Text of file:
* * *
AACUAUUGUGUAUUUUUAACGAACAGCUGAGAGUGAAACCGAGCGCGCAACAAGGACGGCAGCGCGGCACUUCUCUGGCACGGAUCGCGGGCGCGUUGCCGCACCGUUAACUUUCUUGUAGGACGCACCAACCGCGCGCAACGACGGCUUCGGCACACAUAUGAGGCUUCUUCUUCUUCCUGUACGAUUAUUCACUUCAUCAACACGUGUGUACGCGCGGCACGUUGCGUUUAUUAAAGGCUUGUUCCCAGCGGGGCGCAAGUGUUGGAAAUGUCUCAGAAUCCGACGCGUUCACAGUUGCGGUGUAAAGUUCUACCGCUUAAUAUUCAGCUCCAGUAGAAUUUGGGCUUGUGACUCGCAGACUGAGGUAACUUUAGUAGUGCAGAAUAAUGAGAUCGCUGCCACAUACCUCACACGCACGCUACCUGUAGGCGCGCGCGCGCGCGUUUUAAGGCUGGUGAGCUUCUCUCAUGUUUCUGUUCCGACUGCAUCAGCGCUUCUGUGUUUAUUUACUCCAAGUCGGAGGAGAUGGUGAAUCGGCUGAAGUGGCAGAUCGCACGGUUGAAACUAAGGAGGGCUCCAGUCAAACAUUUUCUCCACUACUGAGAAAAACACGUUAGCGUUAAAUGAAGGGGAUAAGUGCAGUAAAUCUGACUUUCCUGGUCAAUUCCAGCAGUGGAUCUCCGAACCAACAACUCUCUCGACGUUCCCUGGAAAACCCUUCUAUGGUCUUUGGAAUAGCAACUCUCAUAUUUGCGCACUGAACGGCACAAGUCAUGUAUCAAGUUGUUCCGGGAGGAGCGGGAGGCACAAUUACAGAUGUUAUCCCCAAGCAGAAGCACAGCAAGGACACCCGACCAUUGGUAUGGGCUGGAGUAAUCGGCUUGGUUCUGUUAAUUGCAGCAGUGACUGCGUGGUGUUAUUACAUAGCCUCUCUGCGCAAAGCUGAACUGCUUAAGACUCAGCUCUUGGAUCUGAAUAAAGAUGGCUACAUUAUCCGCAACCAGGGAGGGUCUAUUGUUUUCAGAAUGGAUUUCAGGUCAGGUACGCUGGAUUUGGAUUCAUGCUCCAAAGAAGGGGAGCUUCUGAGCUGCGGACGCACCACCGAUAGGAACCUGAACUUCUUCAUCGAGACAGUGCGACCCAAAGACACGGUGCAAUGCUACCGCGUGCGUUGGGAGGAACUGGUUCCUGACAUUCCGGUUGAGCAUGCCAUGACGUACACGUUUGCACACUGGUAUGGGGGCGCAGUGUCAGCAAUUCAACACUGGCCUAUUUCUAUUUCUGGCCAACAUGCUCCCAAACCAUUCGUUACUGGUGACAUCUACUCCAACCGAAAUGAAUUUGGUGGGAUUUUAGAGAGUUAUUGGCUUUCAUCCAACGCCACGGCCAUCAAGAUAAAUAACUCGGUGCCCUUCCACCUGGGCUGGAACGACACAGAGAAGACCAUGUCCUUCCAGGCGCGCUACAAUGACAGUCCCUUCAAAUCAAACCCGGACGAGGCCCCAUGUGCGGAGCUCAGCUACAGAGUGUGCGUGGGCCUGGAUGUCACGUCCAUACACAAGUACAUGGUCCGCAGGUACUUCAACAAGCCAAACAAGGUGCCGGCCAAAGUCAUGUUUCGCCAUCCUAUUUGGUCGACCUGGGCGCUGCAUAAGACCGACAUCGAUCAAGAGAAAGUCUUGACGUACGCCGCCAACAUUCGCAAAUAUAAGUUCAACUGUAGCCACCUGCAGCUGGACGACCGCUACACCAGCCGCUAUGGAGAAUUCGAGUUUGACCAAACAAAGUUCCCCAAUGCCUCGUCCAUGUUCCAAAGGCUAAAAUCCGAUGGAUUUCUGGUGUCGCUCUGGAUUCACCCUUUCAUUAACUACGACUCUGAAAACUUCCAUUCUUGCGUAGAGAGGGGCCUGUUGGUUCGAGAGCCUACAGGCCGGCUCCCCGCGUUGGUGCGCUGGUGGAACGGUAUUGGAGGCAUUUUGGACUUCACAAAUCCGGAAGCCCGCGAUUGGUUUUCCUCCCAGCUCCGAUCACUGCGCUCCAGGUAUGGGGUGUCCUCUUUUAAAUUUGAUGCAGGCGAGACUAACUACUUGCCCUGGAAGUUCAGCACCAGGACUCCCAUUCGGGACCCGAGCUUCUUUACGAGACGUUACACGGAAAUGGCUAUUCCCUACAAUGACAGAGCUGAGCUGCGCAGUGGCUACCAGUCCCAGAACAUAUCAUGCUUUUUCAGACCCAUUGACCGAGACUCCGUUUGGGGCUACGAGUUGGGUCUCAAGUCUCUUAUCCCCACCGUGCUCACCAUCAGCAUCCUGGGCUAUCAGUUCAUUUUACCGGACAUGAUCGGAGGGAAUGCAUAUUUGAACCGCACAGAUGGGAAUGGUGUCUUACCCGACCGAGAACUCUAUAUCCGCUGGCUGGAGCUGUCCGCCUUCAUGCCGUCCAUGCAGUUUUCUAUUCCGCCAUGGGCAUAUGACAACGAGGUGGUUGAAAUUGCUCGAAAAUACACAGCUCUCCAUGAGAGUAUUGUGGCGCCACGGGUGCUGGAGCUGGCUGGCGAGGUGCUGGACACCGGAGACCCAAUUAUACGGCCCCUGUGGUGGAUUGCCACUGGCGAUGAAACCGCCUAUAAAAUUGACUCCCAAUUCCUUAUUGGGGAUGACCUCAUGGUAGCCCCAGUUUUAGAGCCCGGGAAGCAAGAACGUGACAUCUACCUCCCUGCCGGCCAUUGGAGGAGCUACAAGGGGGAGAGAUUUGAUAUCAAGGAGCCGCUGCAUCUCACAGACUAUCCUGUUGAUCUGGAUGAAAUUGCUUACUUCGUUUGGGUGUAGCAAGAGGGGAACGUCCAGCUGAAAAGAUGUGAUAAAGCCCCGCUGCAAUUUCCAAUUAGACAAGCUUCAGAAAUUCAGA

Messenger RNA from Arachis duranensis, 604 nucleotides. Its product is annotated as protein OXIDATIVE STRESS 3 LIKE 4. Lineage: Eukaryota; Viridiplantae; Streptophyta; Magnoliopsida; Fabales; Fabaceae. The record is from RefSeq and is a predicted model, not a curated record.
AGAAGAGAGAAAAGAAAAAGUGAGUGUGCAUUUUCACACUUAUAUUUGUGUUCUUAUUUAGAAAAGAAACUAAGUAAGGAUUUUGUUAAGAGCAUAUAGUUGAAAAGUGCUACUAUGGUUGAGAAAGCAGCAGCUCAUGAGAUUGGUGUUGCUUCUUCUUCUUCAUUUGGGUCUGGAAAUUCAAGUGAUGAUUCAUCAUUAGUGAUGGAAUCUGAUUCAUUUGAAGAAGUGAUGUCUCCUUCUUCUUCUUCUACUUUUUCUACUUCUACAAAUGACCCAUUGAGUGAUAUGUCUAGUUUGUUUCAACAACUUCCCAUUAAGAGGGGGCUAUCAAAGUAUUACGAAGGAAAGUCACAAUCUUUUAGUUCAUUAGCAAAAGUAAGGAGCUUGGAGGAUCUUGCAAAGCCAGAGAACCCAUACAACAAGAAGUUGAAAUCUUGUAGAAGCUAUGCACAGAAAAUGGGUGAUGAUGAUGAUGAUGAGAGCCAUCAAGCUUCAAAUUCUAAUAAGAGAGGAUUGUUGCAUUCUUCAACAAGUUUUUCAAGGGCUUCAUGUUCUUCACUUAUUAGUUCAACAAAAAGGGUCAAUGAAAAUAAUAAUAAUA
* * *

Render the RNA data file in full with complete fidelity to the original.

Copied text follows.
AACUAUUGUGUAUUUUUAACGAACAGCUGAGAGUGAAACCGAGCGCGCAACAAGGACGGCAGCGCGGCACUUCUCUGGCACGGAUCGCGGGCGCGUUGCCGCACCGUUAACUUUCUUGUAGGACGCACCAACCGCGCGCAACGACGGCUUCGGCACACAUAUGAGGCUUCUUCUUCUUCCUGUACGAUUAUUCACUUCAUCAACACGUGUGUACGCGCGGCACGUUGCGUUUAUUAAAGGCUUGUUCCCAGCGGGGCGCAAGUGUUGGAAAUGUCUCAGAAUCCGACGCGUUCACAGUUGCGGUGUAAAGUUCUACCGCUUAAUAUUCAGCUCCAGUAGAAUUUGGGCUUGUGACUCGCAGACUGAGGUAACUUUAGUAGUGCAGAAUAAUGAGAUCGCUGCCACAUACCUCACACGCACGCUACCUGUAGGCGCGCGCGCGCGCGUUUUAAGGCUGGUGAGCUUCUCUCAUGUUUCUGUUCCGACUGCAUCAGCGCUUCUGUGUUUAUUUACUCCAAGUCGGAGGAGAUGGUGAAUCGGCUGAAGUGGCAGAUCGCACGGUUGAAACUAAGGAGGGCUCCAGUCAAACAUUUUCUCCACUACUGAGAAAAACACGUUAGCGUUAAAUGAAGGGGAUAAGUGCAGUAAAUCUGACUUUCCUGGUCAAUUCCAGCAGUGGAUCUCCGAACCAACAACUCUCUCGACGUUCCCUGGAAAACCCUUCUAUGGUCUUUGGAAUAGCAACUCUCAUAUUUGCGCACUGAACGGCACAAGUCAUGUAUCAAGUUGUUCCGGGAGGAGCGGGAGGCACAAUUACAGAUGUUAUCCCCAAGCAGAAGCACAGCAAGGACACCCGACCAUUGGUAUGGGCUGGAGUAAUCGGCUUGGUUCUGUUAAUUGCAGCAGUGACUGCGUGGUGUUAUUACAUAGCCUCUCUGCGCAAAGCUGAACUGCUUAAGACUCAGCUCUUGGAUCUGAAUAAAGAUGGCUACAUUAUCCGCAACCAGGGAGGGUCUAUUGUUUUCAGAAUGGAUUUCAGGUCAGGUACGCUGGAUUUGGAUUCAUGCUCCAAAGAAGGGGAGCUUCUGAGCUGCGGACGCACCACCGAUAGGAACCUGAACUUCUUCAUCGAGACAGUGCGACCCAAAGACACGGUGCAAUGCUACCGCGUGCGUUGGGAGGAACUGGUUCCUGACAUUCCGGUUGAGCAUGCCAUGACGUACACGUUUGCACACUGGUAUGGGGGCGCAGUGUCAGCAAUUCAACACUGGCCUAUUUCUAUUUCUGGCCAACAUGCUCCCAAACCAUUCGUUACUGGUGACAUCUACUCCAACCGAAAUGAAUUUGGUGGGAUUUUAGAGAGUUAUUGGCUUUCAUCCAACGCCACGGCCAUCAAGAUAAAUAACUCGGUGCCCUUCCACCUGGGCUGGAACGACACAGAGAAGACCAUGUCCUUCCAGGCGCGCUACAAUGACAGUCCCUUCAAAUCAAACCCGGACGAGGCCCCAUGUGCGGAGCUCAGCUACAGAGUGUGCGUGGGCCUGGAUGUCACGUCCAUACACAAGUACAUGGUCCGCAGGUACUUCAACAAGCCAAACAAGGUGCCGGCCAAAGUCAUGUUUCGCCAUCCUAUUUGGUCGACCUGGGCGCUGCAUAAGACCGACAUCGAUCAAGAGAAAGUCUUGACGUACGCCGCCAACAUUCGCAAAUAUAAGUUCAACUGUAGCCACCUGCAGCUGGACGACCGCUACACCAGCCGCUAUGGAGAAUUCGAGUUUGACCAAACAAAGUUCCCCAAUGCCUCGUCCAUGUUCCAAAGGCUAAAAUCCGAUGGAUUUCUGGUGUCGCUCUGGAUUCACCCUUUCAUUAACUACGACUCUGAAAACUUCCAUUCUUGCGUAGAGAGGGGCCUGUUGGUUCGAGAGCCUACAGGCCGGCUCCCCGCGUUGGUGCGCUGGUGGAACGGUAUUGGAGGCAUUUUGGACUUCACAAAUCCGGAAGCCCGCGAUUGGUUUUCCUCCCAGCUCCGAUCACUGCGCUCCAGGUAUGGGGUGUCCUCUUUUAAAUUUGAUGCAGGCGAGACUAACUACUUGCCCUGGAAGUUCAGCACCAGGACUCCCAUUCGGGACCCGAGCUUCUUUACGAGACGUUACACGGAAAUGGCUAUUCCCUACAAUGACAGAGCUGAGCUGCGCAGUGGCUACCAGUCCCAGAACAUAUCAUGCUUUUUCAGACCCAUUGACCGAGACUCCGUUUGGGGCUACGAGUUGGGUCUCAAGUCUCUUAUCCCCACCGUGCUCACCAUCAGCAUCCUGGGCUAUCAGUUCAUUUUACCGGACAUGAUCGGAGGGAAUGCAUAUUUGAACCGCACAGAUGGGAAUGGUGUCUUACCCGACCGAGAACUCUAUAUCCGCUGGCUGGAGCUGUCCGCCUUCAUGCCGUCCAUGCAGUUUUCUAUUCCGCCAUGGGCAUAUGACAACGAGGUGGUUGAAAUUGCUCGAAAAUACACAGCUCUCCAUGAGAGUAUUGUGGCGCCACGGGUGCUGGAGCUGGCUGGCGAGGUGCUGGACACCGGAGACCCAAUUAUACGGCCCCUGUGGUGGAUUGCCACUGGCGAUGAAACCGCCUAUAAAAUUGACUCCCAAUUCCUUAUUGGGGAUGACCUCAUGGUAGCCCCAGUUUUAGAGCCCGGGAAGCAAGAACGUGACAUCUACCUCCCUGCCGGCCAUUGGAGGAGCUACAAGGGGGAGAGAUUUGAUAUCAAGGAGCCGCUGCAUCUCACAGACUAUCCUGUUGAUCUGGAUGAAAUUGCUUACUUCGUUUGGGUGUAGCAAGAGGGGAACGUCCAGCUGAAAAGAUGUGAUAAAGCCCCGCUGCAAUUUCCAAUUAGACAAGCUUCAGAAAUUCAGA

Messenger RNA from Arachis duranensis, 604 nucleotides. Its product is annotated as protein OXIDATIVE STRESS 3 LIKE 4. Lineage: Eukaryota; Viridiplantae; Streptophyta; Magnoliopsida; Fabales; Fabaceae. The record is from RefSeq and is a predicted model, not a curated record.
AGAAGAGAGAAAAGAAAAAGUGAGUGUGCAUUUUCACACUUAUAUUUGUGUUCUUAUUUAGAAAAGAAACUAAGUAAGGAUUUUGUUAAGAGCAUAUAGUUGAAAAGUGCUACUAUGGUUGAGAAAGCAGCAGCUCAUGAGAUUGGUGUUGCUUCUUCUUCUUCAUUUGGGUCUGGAAAUUCAAGUGAUGAUUCAUCAUUAGUGAUGGAAUCUGAUUCAUUUGAAGAAGUGAUGUCUCCUUCUUCUUCUUCUACUUUUUCUACUUCUACAAAUGACCCAUUGAGUGAUAUGUCUAGUUUGUUUCAACAACUUCCCAUUAAGAGGGGGCUAUCAAAGUAUUACGAAGGAAAGUCACAAUCUUUUAGUUCAUUAGCAAAAGUAAGGAGCUUGGAGGAUCUUGCAAAGCCAGAGAACCCAUACAACAAGAAGUUGAAAUCUUGUAGAAGCUAUGCACAGAAAAUGGGUGAUGAUGAUGAUGAUGAGAGCCAUCAAGCUUCAAAUUCUAAUAAGAGAGGAUUGUUGCAUUCUUCAACAAGUUUUUCAAGGGCUUCAUGUUCUUCACUUAUUAGUUCAACAAAAAGGGUCAAUGAAAAUAAUAAUAAUA